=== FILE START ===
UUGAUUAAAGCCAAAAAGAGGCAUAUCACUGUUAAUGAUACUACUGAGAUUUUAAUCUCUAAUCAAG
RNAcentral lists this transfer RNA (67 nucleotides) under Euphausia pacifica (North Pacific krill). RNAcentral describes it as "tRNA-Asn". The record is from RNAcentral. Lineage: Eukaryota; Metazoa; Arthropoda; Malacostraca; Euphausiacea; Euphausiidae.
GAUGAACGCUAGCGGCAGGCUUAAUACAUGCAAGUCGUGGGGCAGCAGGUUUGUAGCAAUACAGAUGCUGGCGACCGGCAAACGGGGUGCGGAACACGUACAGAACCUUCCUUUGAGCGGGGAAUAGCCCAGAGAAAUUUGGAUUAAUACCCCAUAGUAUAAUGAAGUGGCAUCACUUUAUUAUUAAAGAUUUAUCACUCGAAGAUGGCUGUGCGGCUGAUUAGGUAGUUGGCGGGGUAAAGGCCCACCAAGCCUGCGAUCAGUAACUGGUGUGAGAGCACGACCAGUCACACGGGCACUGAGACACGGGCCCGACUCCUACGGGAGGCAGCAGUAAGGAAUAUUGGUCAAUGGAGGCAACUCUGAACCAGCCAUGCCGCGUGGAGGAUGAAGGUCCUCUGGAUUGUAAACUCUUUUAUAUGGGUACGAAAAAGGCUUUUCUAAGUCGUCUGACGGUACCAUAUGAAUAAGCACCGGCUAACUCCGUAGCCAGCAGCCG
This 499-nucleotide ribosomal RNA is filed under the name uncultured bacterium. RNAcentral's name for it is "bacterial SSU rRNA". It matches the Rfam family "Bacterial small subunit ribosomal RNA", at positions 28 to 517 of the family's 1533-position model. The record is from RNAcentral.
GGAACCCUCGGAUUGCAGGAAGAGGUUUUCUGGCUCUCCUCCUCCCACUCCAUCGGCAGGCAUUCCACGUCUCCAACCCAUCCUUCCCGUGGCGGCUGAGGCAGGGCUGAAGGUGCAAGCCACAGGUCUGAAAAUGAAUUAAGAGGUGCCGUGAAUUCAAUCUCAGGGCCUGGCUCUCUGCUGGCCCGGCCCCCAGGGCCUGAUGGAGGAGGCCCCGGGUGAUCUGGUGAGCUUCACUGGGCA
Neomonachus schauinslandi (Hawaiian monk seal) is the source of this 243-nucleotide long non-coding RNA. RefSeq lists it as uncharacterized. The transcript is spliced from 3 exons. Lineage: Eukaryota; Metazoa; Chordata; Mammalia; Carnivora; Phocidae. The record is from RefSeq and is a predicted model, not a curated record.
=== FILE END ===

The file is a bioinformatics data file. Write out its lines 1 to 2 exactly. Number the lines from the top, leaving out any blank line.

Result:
UUGAUUAAAGCCAAAAAGAGGCAUAUCACUGUUAAUGAUACUACUGAGAUUUUAAUCUCUAAUCAAG
RNAcentral lists this transfer RNA (67 nucleotides) under Euphausia pacifica (North Pacific krill). RNAcentral describes it as "tRNA-Asn". The record is from RNAcentral. Lineage: Eukaryota; Metazoa; Arthropoda; Malacostraca; Euphausiacea; Euphausiidae.